Could Vietnam be the next China? Nearly half a century after the Southeast Asian nation came under complete communist control, many economists now believe Vietnam has a bright future in the 21st century global economy, as market- and trade-oriented policies are helping the nation achieve sustained and inclusive growth.
During the 2010s, Vietnam’s GDP growth was at least 5% each year, peaking at 6.8% in 2017, helping the nation of nearly 100 million people transform from one of the most impoverished in Asia to middle-income status.
As the largest business college on the U.S. West Coast and with a strong focus on international outreach, a delegation from Cal State Fullerton’s Mihaylo College of Business and Economics visited Vietnam in November 2019, gaining a behind-the-scenes look at the country’s transformation and building bridges for the university community to connect with the region academically and professionally.
The 10-day trip was also an opportunity for students in MGMT 335 – Family Business Dynamics to study abroad and explore the diversity and growth of East Asia.
Among those spending Thanksgiving 2019 in Vietnam was Center for Family Business Director Ed Hart, lecturer and Advance Beauty College president Tam Nguyen ’05 and his sister and fellow grad Linh ’98, ’17, and CSUF Associate Vice President for Government and Community Relations Tami Bui.
Visiting Vietnam: Country and City
Arriving in the steamy humidity of Vietnam’s Ho Chi Minh City (also known as Saigon) at midnight on Nov. 21 after a layover in Taipei, the CSUF team soon got to work sightseeing, exploring the rain forests of Monkey Island and seeing where much of the Vietnam War was fought.
“What a surreal and reverent feeling to be right where so many battles were fought,” wrote Hart on LinkedIn. “Feeling very connected to those who fought and died here, and all who served here so valiantly.”
Back in the city, the group explored such landmarks as the Saigon Opera House, Notre Dame Cathedral, the former South Vietnam Presidential Independent Palace, the book lover’s paradise of Book Street, and the Nguyen Hue walking street promenade.
Vietnam might be quickly becoming an importer to the West, but the CSUF group experienced a U.S. export to the country on Nov. 24, watching the Saigon Heat, the country’s national basketball team, defeat Singapore for the first time in sports history.
The group was hosted in the VIP section by Vietnam Men’s National Team player Horace Nguyen, who practiced his basketball skills when he was a student at CSUF.
The next day, it was off to the U.S. consulate, where Hart and the others discovered the opportunities for companies in the travel, energy, health care, education and technology sectors.
With 84% of Vietnamese having a favorable view of the U.S., the opportunities for engagement are stronger than many believe.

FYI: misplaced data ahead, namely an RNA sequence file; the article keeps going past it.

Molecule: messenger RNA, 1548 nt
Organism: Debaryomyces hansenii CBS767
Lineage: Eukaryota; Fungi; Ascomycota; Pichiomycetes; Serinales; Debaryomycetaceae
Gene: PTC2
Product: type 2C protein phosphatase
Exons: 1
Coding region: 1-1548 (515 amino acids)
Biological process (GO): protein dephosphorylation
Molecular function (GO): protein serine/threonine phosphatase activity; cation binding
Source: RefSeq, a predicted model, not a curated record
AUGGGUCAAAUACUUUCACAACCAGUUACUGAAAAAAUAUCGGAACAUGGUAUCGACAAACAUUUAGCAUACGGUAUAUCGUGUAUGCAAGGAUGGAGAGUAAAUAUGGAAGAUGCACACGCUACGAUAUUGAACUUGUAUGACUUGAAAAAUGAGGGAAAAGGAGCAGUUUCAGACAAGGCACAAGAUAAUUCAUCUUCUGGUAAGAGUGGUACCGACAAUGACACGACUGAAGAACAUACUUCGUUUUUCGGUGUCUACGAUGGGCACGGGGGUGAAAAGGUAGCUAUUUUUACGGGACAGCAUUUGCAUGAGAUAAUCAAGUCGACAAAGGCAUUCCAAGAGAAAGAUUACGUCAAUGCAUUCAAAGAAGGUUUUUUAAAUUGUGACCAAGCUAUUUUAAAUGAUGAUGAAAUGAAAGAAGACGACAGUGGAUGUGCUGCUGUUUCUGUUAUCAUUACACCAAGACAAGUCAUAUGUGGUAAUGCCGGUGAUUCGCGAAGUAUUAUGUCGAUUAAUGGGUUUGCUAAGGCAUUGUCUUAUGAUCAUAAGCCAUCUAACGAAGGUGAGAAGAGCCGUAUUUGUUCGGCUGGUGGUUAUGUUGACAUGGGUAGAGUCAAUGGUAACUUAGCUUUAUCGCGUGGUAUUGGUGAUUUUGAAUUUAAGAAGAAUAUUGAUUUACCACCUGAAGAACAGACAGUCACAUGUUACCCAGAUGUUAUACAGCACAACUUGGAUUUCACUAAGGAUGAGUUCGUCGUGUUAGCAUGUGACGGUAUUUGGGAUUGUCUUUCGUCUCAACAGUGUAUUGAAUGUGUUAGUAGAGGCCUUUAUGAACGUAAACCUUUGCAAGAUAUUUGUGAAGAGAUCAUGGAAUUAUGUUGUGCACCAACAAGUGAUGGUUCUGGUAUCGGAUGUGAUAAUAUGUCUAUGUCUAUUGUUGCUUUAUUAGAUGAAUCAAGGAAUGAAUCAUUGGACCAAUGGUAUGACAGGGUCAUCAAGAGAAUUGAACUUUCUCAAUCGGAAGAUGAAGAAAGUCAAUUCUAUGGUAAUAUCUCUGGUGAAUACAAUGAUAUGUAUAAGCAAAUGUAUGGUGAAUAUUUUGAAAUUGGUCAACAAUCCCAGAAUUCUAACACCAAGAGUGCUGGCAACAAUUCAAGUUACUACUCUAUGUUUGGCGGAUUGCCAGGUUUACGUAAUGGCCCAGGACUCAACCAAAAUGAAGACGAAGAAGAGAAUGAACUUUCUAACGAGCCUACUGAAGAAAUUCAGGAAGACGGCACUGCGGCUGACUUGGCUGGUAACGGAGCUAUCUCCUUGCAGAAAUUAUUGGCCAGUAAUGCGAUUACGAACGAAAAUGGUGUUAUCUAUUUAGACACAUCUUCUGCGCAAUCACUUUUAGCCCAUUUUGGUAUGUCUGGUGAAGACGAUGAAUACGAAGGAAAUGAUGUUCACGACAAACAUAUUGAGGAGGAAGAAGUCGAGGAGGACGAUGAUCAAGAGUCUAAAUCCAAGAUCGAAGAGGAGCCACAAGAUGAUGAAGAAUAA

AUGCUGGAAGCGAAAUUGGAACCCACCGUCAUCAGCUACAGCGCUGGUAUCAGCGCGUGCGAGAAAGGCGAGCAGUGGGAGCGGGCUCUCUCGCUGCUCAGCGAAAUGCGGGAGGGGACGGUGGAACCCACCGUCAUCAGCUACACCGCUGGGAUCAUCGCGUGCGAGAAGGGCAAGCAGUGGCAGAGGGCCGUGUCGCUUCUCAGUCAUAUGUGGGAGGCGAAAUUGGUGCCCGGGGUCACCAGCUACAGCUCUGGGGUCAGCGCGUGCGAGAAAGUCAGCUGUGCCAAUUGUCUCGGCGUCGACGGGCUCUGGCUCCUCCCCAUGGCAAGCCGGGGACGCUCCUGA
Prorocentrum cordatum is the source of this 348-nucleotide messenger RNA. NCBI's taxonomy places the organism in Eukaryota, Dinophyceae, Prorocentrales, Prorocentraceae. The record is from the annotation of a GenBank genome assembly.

Observing the Vietnamese Economic Miracle Firsthand
English may be the lingua franca of the 21st century world, and Vietnam is at the cutting edge of preparing its next generation for these realities.
On Nov. 26, the CSUF team witnessed an English education program in action at Truong Quyen Elementary School, where the language program is sponsored by the Inter-Continental Language Center (ICLC). The group also discovered the need for more English teachers in the country through a visit to Ho Chi Minh City’s Education and Training department.
As in all countries, family business is an integral component of economic growth in Vietnam. The second generation Duc Thanh Wood Working Company JSC, which produces kitchen goods and toys for customers such as Costco and Walmart, provided an insightful look at this sector.
“Their motto is ‘to keep the prestige is to keep the customer,’” says Hart. “They shared a lot of their business philosophies with us and opened the conversation for general and administrative expenses. They are an employee stock ownership company, and are very generous. We were given some wood toys!”
A factory visit led by CSUF alumna Ms. Quinn, a Vietnamese family business leader, demonstrated the impact that Titans are already having on Southeast Asia.
Then, on Thanksgiving Day (Nov. 28), it was off to the countryside, to visit the second generation owners and CSUF alumni siblings Johnson and Yen Nguyen, who own a farm.
“On the bus ride to the countryside, we saw the rubber trees that are so common for wood products, and they also produce latex, which are used in so many items,” says Hart.
Caring for the Less Fortunate on Black Friday
While millions of Americans spent Black Friday at shopping malls or in front of their computers and smartphones turning their materialist wishes into reality, the Cal State Fullerton group in Vietnam made an impact on that country’s less fortunate, providing a gift at the orphanage of the Linh Son Buddhist Temple.
“All the little children have the same haircut, whether girl or boy, so you have no clue of which are which. It’s quite emotional,” recalls Hart. “This particular location is just for the young ones, and they accept babies without question. When they get older, they move them to a location further from the city, where they live until age 18, when they are free to leave.”
Just before embarking on a long flight to California, the group returned to the heart of Ho Chi Minh City, getting a memorable view of the megapolis from the 77th floor of one of the nation’s tallest skyscrapers, a testament to the economic vitality that this country represents.
The learning excursion to Vietnam, led by Ed Hart’s Center for Family Business, underscores Mihaylo College’s global perspective on business and the future of the world economy.